Various feedback devices are often offered as options on rotary servo motors. Feedback devices include optical incremental encoders, absolute incremental encoders and resolvers. Choosing the right feedback device for your application can be tricky but we're here to help with a three-part series designed to help you choose the correct device for your servo motor application.
This blog lays the foundation with basic operational theory of three feedback devices for servo motors.
Optical incremental encoder
An incremental encoder is made up of a disc, light source and photo detector (figure 1). It is designed to be attached directly to the servo motor shaft.
The encoder disc can be made from glass or steel with transparent lines incorporated around it. A light source projects to the disc and the resulting optical pattern is read by a photo detector. The optical pattern read by the photo detector produces a series of electrical pulses that are then read by the servo controller. The output can be a single line of pulses (“A” channel) or two lines of pulses (“A” and “B” channels) that are offset ninety electrical degree out of phase. This offset is used by the servo motor controller to determine, and if necessary, change, the direction of motor shaft rotation. A third channel, typically called “Z”, can be provided, which will produce one pulse/rev to act as a home.
To increase encoder resolution, the servo motor controller can count the leading and trailing edges of the pulses generated by channels “A” and “B” (figure 2). This is defined as quadrature. Counting both the leading and trailing edges of both channels will quadruple (x4) the number of pulses per revolution. So, 5,000 pulses/rev can now be 20,000 pulses/rev. The increase in resolution allows for more precise control of your motor shaft rotation and can also make it easier to tune your servo.
Optical absolute encoder
An optical absolute encoder is similar to an incremental encoder as it is made up of a disc, light source and photo detector (figure 3).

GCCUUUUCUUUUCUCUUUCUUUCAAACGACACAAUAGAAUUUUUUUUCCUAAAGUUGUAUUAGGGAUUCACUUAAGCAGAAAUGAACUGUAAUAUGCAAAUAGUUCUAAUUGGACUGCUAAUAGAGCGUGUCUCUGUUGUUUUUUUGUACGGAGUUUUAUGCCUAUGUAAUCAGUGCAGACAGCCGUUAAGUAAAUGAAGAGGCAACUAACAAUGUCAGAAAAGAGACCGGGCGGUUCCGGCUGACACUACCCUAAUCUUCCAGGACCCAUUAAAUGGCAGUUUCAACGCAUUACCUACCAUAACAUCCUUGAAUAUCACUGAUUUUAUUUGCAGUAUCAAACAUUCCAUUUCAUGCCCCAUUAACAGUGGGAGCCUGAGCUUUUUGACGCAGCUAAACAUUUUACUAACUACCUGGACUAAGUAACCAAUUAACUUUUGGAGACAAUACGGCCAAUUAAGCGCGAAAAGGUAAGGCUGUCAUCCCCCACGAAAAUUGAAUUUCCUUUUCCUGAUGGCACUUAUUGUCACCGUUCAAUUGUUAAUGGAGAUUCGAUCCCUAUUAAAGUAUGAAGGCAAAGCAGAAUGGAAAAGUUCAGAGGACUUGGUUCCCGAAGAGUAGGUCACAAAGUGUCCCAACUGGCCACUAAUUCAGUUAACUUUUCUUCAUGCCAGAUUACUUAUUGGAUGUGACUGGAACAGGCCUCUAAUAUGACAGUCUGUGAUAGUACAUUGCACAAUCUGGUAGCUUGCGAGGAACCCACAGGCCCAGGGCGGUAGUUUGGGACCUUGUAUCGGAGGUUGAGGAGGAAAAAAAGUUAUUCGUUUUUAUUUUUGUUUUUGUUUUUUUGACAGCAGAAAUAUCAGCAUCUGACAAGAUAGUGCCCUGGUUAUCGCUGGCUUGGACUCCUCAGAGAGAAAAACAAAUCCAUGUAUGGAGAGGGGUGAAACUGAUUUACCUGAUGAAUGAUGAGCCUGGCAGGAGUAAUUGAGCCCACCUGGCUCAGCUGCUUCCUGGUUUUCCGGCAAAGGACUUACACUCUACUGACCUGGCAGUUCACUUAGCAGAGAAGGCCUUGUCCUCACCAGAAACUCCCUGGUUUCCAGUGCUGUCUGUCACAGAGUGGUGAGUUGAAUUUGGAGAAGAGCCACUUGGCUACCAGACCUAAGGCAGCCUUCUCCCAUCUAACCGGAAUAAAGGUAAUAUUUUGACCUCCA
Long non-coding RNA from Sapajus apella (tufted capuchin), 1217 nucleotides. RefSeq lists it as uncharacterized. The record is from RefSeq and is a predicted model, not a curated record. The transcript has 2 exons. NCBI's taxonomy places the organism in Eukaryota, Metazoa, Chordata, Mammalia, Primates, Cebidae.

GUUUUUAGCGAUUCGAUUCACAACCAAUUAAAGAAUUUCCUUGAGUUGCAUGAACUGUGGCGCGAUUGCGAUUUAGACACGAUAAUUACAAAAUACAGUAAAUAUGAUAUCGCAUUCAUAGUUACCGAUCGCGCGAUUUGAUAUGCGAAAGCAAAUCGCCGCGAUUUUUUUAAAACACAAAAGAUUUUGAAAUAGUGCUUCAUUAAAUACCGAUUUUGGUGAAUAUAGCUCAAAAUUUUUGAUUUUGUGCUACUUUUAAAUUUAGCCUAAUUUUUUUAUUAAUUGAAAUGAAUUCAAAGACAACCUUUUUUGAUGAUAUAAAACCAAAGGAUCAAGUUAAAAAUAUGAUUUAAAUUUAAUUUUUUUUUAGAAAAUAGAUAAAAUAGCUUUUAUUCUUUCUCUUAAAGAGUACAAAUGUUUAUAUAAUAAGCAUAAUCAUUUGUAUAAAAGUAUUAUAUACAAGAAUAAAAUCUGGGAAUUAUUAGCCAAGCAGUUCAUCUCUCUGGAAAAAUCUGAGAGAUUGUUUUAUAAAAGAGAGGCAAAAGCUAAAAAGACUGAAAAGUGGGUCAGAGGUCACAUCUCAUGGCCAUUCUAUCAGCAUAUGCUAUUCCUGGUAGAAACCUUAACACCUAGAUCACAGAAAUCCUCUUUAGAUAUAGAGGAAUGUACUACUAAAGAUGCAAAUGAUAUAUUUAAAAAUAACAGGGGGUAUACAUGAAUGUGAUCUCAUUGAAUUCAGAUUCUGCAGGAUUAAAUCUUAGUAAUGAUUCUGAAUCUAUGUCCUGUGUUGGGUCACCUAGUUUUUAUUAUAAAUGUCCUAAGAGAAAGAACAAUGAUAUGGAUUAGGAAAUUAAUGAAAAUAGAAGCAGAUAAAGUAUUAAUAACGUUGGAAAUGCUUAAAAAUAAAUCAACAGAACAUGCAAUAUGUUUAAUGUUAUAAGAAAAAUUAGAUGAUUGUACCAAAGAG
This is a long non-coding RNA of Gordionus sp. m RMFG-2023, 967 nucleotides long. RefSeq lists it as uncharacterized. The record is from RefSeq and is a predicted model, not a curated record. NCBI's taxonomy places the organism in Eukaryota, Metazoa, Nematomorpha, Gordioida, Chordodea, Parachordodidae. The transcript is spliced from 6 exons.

The difference with an absolute encoder vs. the incremental is that the patterns read by the photo detector are unique. It will maintain position information when power is removed from the system. The position of the encoder is available immediately on applying power: There is no need to return to a home position. Instead of defining resolution relative to pulses, the absolute encoder generates a binary code, defined as a bit, for each of its unique disc patterns. The resolution on these encoders is typically much higher than their incremental counterparts, with a 16-bit encoder providing 65,536 counts/rev. and a 20-bit encoder providing 1,048,576 counts/rev. As mentioned earlier, higher resolution results in more precise motion control and a stiffer, easier to tune system.
A resolver is a rotary transformer that is made up of a reference winding, a sine and cosine winding, and a transformer (figure 4).
The reference winding (also called the primary winding) is located on the resolver rotor that will be rotated by the servo motor shaft. As the primary winding is energized, a magnetic north and south pole are created. When rotated, the voltage induced into the secondary windings is varied. The subsequent sine and cosine signals are fed into a controller, compared to each other to calculate shaft position, and then converted to a digital signal. The analog to digital converter within the drive determines the resolution (typical standard is a 4096 converter, which equates to 12 bits of resolution).
Watch this video to discover the features and benefits of our MPP servo motor. Optical incremental encoders, optical absolute encoders and resolvers are standard options for this product line.
Look for our next blog in this series, which will discuss how to choose the best feedback device to meet your application requirements.
Article contributed by Jeff Nazzaro, Gearhead and Motor Product Manager, Electromechanical and Drives Division, Parker Hannifin Corporation.